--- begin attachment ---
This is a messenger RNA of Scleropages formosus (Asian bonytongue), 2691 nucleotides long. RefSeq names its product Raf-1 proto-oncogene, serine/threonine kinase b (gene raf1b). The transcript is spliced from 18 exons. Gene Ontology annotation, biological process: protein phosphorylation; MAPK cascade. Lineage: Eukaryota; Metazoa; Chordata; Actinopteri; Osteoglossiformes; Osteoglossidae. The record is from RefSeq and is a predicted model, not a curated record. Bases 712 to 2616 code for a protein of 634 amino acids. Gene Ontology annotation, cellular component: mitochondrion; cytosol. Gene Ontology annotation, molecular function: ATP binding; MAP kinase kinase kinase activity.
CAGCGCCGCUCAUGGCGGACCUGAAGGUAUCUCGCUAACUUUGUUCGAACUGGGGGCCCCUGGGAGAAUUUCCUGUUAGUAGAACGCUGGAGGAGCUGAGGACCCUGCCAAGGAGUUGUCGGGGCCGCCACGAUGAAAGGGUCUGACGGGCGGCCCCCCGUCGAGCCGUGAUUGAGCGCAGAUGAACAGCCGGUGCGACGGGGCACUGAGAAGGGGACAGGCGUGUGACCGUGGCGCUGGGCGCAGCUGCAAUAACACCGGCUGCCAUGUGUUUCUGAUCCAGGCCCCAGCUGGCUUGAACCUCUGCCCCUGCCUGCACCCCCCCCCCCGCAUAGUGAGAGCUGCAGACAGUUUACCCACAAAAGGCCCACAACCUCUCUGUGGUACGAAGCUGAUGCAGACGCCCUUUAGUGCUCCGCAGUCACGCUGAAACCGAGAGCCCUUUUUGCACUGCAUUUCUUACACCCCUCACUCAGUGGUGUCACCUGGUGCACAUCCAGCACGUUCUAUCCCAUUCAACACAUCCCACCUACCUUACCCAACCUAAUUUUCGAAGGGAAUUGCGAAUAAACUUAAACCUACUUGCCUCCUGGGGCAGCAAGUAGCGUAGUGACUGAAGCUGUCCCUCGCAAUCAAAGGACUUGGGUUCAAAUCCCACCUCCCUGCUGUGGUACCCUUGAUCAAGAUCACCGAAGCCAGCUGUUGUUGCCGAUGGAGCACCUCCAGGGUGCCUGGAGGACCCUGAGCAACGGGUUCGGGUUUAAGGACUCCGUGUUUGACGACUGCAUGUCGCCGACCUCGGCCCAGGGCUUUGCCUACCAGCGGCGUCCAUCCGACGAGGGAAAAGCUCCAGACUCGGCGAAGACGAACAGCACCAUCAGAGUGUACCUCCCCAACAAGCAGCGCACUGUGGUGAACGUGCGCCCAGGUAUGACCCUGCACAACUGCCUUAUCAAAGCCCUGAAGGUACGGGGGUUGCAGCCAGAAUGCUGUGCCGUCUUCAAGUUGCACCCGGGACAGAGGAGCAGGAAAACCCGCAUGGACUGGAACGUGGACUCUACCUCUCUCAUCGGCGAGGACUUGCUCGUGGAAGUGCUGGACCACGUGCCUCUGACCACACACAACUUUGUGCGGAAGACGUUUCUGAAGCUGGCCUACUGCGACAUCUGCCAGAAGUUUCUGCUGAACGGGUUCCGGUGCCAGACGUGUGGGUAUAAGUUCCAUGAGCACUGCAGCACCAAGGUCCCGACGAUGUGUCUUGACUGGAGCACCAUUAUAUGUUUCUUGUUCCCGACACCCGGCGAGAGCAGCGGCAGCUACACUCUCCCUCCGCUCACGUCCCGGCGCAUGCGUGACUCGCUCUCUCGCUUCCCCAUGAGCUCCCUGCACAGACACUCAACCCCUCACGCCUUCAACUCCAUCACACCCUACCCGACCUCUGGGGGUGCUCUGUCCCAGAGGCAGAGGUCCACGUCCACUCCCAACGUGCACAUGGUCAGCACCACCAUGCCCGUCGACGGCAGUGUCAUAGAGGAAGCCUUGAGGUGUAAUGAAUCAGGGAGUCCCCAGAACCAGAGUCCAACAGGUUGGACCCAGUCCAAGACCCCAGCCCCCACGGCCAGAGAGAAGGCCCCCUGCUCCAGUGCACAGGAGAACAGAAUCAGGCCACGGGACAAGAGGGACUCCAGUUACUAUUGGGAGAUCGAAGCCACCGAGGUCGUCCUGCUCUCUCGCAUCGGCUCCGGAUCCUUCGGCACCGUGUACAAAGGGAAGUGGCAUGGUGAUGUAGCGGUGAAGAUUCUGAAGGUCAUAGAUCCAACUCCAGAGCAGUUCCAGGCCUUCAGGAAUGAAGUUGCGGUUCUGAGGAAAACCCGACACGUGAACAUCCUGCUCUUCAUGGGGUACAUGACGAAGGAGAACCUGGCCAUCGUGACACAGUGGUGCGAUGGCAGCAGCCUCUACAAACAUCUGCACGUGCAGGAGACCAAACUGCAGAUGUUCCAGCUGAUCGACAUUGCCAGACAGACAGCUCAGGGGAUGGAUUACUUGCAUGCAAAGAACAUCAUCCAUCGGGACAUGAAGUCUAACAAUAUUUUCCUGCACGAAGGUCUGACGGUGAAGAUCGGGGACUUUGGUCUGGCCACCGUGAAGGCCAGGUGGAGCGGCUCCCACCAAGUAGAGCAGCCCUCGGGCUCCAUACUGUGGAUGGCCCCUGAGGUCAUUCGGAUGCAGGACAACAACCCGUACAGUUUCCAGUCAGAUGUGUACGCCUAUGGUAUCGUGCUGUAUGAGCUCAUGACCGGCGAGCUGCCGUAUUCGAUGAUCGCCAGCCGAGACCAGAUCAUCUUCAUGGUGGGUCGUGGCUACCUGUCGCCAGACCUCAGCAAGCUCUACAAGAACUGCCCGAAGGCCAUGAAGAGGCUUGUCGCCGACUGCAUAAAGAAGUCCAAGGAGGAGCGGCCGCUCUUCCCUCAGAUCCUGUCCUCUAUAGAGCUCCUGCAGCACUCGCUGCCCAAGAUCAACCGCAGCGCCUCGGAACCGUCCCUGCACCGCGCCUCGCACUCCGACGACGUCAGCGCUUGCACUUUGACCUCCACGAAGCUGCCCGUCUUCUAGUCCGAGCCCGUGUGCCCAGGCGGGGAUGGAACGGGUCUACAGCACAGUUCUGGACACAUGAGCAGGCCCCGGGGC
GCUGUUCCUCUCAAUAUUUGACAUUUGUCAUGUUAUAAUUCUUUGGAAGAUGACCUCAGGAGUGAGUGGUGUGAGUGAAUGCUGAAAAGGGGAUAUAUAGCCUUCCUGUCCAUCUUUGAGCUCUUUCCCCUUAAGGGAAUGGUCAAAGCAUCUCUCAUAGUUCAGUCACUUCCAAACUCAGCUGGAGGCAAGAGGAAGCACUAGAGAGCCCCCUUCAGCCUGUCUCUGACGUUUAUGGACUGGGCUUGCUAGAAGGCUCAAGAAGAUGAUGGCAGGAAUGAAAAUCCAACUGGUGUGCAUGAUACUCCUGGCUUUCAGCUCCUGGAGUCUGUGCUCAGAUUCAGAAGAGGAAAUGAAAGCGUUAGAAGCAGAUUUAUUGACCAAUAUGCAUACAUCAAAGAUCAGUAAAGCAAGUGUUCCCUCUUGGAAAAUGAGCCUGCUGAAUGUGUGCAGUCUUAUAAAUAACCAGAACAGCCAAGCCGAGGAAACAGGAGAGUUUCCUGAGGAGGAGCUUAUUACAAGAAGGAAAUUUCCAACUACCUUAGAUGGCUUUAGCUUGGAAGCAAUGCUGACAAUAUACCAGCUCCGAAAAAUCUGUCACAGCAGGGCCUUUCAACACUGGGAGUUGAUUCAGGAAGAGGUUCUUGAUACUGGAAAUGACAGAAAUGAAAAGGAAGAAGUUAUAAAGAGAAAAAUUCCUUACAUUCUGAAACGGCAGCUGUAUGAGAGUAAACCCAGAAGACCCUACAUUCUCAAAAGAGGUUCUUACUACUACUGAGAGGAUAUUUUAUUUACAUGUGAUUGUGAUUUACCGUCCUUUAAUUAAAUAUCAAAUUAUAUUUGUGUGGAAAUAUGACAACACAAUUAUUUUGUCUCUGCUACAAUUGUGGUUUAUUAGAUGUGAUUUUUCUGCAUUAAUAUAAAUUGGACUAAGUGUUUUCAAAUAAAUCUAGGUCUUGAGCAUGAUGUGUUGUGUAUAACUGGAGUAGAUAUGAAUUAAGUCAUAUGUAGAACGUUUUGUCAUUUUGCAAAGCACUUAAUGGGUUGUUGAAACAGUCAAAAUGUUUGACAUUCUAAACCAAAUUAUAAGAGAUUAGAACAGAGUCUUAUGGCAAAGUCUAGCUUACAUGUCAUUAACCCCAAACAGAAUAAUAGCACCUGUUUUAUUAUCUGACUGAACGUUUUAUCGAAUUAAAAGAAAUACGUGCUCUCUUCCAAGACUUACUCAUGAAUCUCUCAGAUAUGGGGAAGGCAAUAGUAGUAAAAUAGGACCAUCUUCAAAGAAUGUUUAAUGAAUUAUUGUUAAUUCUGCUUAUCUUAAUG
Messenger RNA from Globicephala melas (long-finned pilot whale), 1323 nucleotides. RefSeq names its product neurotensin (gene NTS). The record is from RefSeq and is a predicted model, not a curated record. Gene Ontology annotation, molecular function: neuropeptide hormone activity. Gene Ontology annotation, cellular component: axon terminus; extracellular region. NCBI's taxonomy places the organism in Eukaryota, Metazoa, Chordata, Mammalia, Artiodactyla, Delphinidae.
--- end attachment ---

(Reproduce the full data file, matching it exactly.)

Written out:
This is a messenger RNA of Scleropages formosus (Asian bonytongue), 2691 nucleotides long. RefSeq names its product Raf-1 proto-oncogene, serine/threonine kinase b (gene raf1b). The transcript is spliced from 18 exons. Gene Ontology annotation, biological process: protein phosphorylation; MAPK cascade. Lineage: Eukaryota; Metazoa; Chordata; Actinopteri; Osteoglossiformes; Osteoglossidae. The record is from RefSeq and is a predicted model, not a curated record. Bases 712 to 2616 code for a protein of 634 amino acids. Gene Ontology annotation, cellular component: mitochondrion; cytosol. Gene Ontology annotation, molecular function: ATP binding; MAP kinase kinase kinase activity.
CAGCGCCGCUCAUGGCGGACCUGAAGGUAUCUCGCUAACUUUGUUCGAACUGGGGGCCCCUGGGAGAAUUUCCUGUUAGUAGAACGCUGGAGGAGCUGAGGACCCUGCCAAGGAGUUGUCGGGGCCGCCACGAUGAAAGGGUCUGACGGGCGGCCCCCCGUCGAGCCGUGAUUGAGCGCAGAUGAACAGCCGGUGCGACGGGGCACUGAGAAGGGGACAGGCGUGUGACCGUGGCGCUGGGCGCAGCUGCAAUAACACCGGCUGCCAUGUGUUUCUGAUCCAGGCCCCAGCUGGCUUGAACCUCUGCCCCUGCCUGCACCCCCCCCCCCGCAUAGUGAGAGCUGCAGACAGUUUACCCACAAAAGGCCCACAACCUCUCUGUGGUACGAAGCUGAUGCAGACGCCCUUUAGUGCUCCGCAGUCACGCUGAAACCGAGAGCCCUUUUUGCACUGCAUUUCUUACACCCCUCACUCAGUGGUGUCACCUGGUGCACAUCCAGCACGUUCUAUCCCAUUCAACACAUCCCACCUACCUUACCCAACCUAAUUUUCGAAGGGAAUUGCGAAUAAACUUAAACCUACUUGCCUCCUGGGGCAGCAAGUAGCGUAGUGACUGAAGCUGUCCCUCGCAAUCAAAGGACUUGGGUUCAAAUCCCACCUCCCUGCUGUGGUACCCUUGAUCAAGAUCACCGAAGCCAGCUGUUGUUGCCGAUGGAGCACCUCCAGGGUGCCUGGAGGACCCUGAGCAACGGGUUCGGGUUUAAGGACUCCGUGUUUGACGACUGCAUGUCGCCGACCUCGGCCCAGGGCUUUGCCUACCAGCGGCGUCCAUCCGACGAGGGAAAAGCUCCAGACUCGGCGAAGACGAACAGCACCAUCAGAGUGUACCUCCCCAACAAGCAGCGCACUGUGGUGAACGUGCGCCCAGGUAUGACCCUGCACAACUGCCUUAUCAAAGCCCUGAAGGUACGGGGGUUGCAGCCAGAAUGCUGUGCCGUCUUCAAGUUGCACCCGGGACAGAGGAGCAGGAAAACCCGCAUGGACUGGAACGUGGACUCUACCUCUCUCAUCGGCGAGGACUUGCUCGUGGAAGUGCUGGACCACGUGCCUCUGACCACACACAACUUUGUGCGGAAGACGUUUCUGAAGCUGGCCUACUGCGACAUCUGCCAGAAGUUUCUGCUGAACGGGUUCCGGUGCCAGACGUGUGGGUAUAAGUUCCAUGAGCACUGCAGCACCAAGGUCCCGACGAUGUGUCUUGACUGGAGCACCAUUAUAUGUUUCUUGUUCCCGACACCCGGCGAGAGCAGCGGCAGCUACACUCUCCCUCCGCUCACGUCCCGGCGCAUGCGUGACUCGCUCUCUCGCUUCCCCAUGAGCUCCCUGCACAGACACUCAACCCCUCACGCCUUCAACUCCAUCACACCCUACCCGACCUCUGGGGGUGCUCUGUCCCAGAGGCAGAGGUCCACGUCCACUCCCAACGUGCACAUGGUCAGCACCACCAUGCCCGUCGACGGCAGUGUCAUAGAGGAAGCCUUGAGGUGUAAUGAAUCAGGGAGUCCCCAGAACCAGAGUCCAACAGGUUGGACCCAGUCCAAGACCCCAGCCCCCACGGCCAGAGAGAAGGCCCCCUGCUCCAGUGCACAGGAGAACAGAAUCAGGCCACGGGACAAGAGGGACUCCAGUUACUAUUGGGAGAUCGAAGCCACCGAGGUCGUCCUGCUCUCUCGCAUCGGCUCCGGAUCCUUCGGCACCGUGUACAAAGGGAAGUGGCAUGGUGAUGUAGCGGUGAAGAUUCUGAAGGUCAUAGAUCCAACUCCAGAGCAGUUCCAGGCCUUCAGGAAUGAAGUUGCGGUUCUGAGGAAAACCCGACACGUGAACAUCCUGCUCUUCAUGGGGUACAUGACGAAGGAGAACCUGGCCAUCGUGACACAGUGGUGCGAUGGCAGCAGCCUCUACAAACAUCUGCACGUGCAGGAGACCAAACUGCAGAUGUUCCAGCUGAUCGACAUUGCCAGACAGACAGCUCAGGGGAUGGAUUACUUGCAUGCAAAGAACAUCAUCCAUCGGGACAUGAAGUCUAACAAUAUUUUCCUGCACGAAGGUCUGACGGUGAAGAUCGGGGACUUUGGUCUGGCCACCGUGAAGGCCAGGUGGAGCGGCUCCCACCAAGUAGAGCAGCCCUCGGGCUCCAUACUGUGGAUGGCCCCUGAGGUCAUUCGGAUGCAGGACAACAACCCGUACAGUUUCCAGUCAGAUGUGUACGCCUAUGGUAUCGUGCUGUAUGAGCUCAUGACCGGCGAGCUGCCGUAUUCGAUGAUCGCCAGCCGAGACCAGAUCAUCUUCAUGGUGGGUCGUGGCUACCUGUCGCCAGACCUCAGCAAGCUCUACAAGAACUGCCCGAAGGCCAUGAAGAGGCUUGUCGCCGACUGCAUAAAGAAGUCCAAGGAGGAGCGGCCGCUCUUCCCUCAGAUCCUGUCCUCUAUAGAGCUCCUGCAGCACUCGCUGCCCAAGAUCAACCGCAGCGCCUCGGAACCGUCCCUGCACCGCGCCUCGCACUCCGACGACGUCAGCGCUUGCACUUUGACCUCCACGAAGCUGCCCGUCUUCUAGUCCGAGCCCGUGUGCCCAGGCGGGGAUGGAACGGGUCUACAGCACAGUUCUGGACACAUGAGCAGGCCCCGGGGC
GCUGUUCCUCUCAAUAUUUGACAUUUGUCAUGUUAUAAUUCUUUGGAAGAUGACCUCAGGAGUGAGUGGUGUGAGUGAAUGCUGAAAAGGGGAUAUAUAGCCUUCCUGUCCAUCUUUGAGCUCUUUCCCCUUAAGGGAAUGGUCAAAGCAUCUCUCAUAGUUCAGUCACUUCCAAACUCAGCUGGAGGCAAGAGGAAGCACUAGAGAGCCCCCUUCAGCCUGUCUCUGACGUUUAUGGACUGGGCUUGCUAGAAGGCUCAAGAAGAUGAUGGCAGGAAUGAAAAUCCAACUGGUGUGCAUGAUACUCCUGGCUUUCAGCUCCUGGAGUCUGUGCUCAGAUUCAGAAGAGGAAAUGAAAGCGUUAGAAGCAGAUUUAUUGACCAAUAUGCAUACAUCAAAGAUCAGUAAAGCAAGUGUUCCCUCUUGGAAAAUGAGCCUGCUGAAUGUGUGCAGUCUUAUAAAUAACCAGAACAGCCAAGCCGAGGAAACAGGAGAGUUUCCUGAGGAGGAGCUUAUUACAAGAAGGAAAUUUCCAACUACCUUAGAUGGCUUUAGCUUGGAAGCAAUGCUGACAAUAUACCAGCUCCGAAAAAUCUGUCACAGCAGGGCCUUUCAACACUGGGAGUUGAUUCAGGAAGAGGUUCUUGAUACUGGAAAUGACAGAAAUGAAAAGGAAGAAGUUAUAAAGAGAAAAAUUCCUUACAUUCUGAAACGGCAGCUGUAUGAGAGUAAACCCAGAAGACCCUACAUUCUCAAAAGAGGUUCUUACUACUACUGAGAGGAUAUUUUAUUUACAUGUGAUUGUGAUUUACCGUCCUUUAAUUAAAUAUCAAAUUAUAUUUGUGUGGAAAUAUGACAACACAAUUAUUUUGUCUCUGCUACAAUUGUGGUUUAUUAGAUGUGAUUUUUCUGCAUUAAUAUAAAUUGGACUAAGUGUUUUCAAAUAAAUCUAGGUCUUGAGCAUGAUGUGUUGUGUAUAACUGGAGUAGAUAUGAAUUAAGUCAUAUGUAGAACGUUUUGUCAUUUUGCAAAGCACUUAAUGGGUUGUUGAAACAGUCAAAAUGUUUGACAUUCUAAACCAAAUUAUAAGAGAUUAGAACAGAGUCUUAUGGCAAAGUCUAGCUUACAUGUCAUUAACCCCAAACAGAAUAAUAGCACCUGUUUUAUUAUCUGACUGAACGUUUUAUCGAAUUAAAAGAAAUACGUGCUCUCUUCCAAGACUUACUCAUGAAUCUCUCAGAUAUGGGGAAGGCAAUAGUAGUAAAAUAGGACCAUCUUCAAAGAAUGUUUAAUGAAUUAUUGUUAAUUCUGCUUAUCUUAAUG
Messenger RNA from Globicephala melas (long-finned pilot whale), 1323 nucleotides. RefSeq names its product neurotensin (gene NTS). The record is from RefSeq and is a predicted model, not a curated record. Gene Ontology annotation, molecular function: neuropeptide hormone activity. Gene Ontology annotation, cellular component: axon terminus; extracellular region. NCBI's taxonomy places the organism in Eukaryota, Metazoa, Chordata, Mammalia, Artiodactyla, Delphinidae.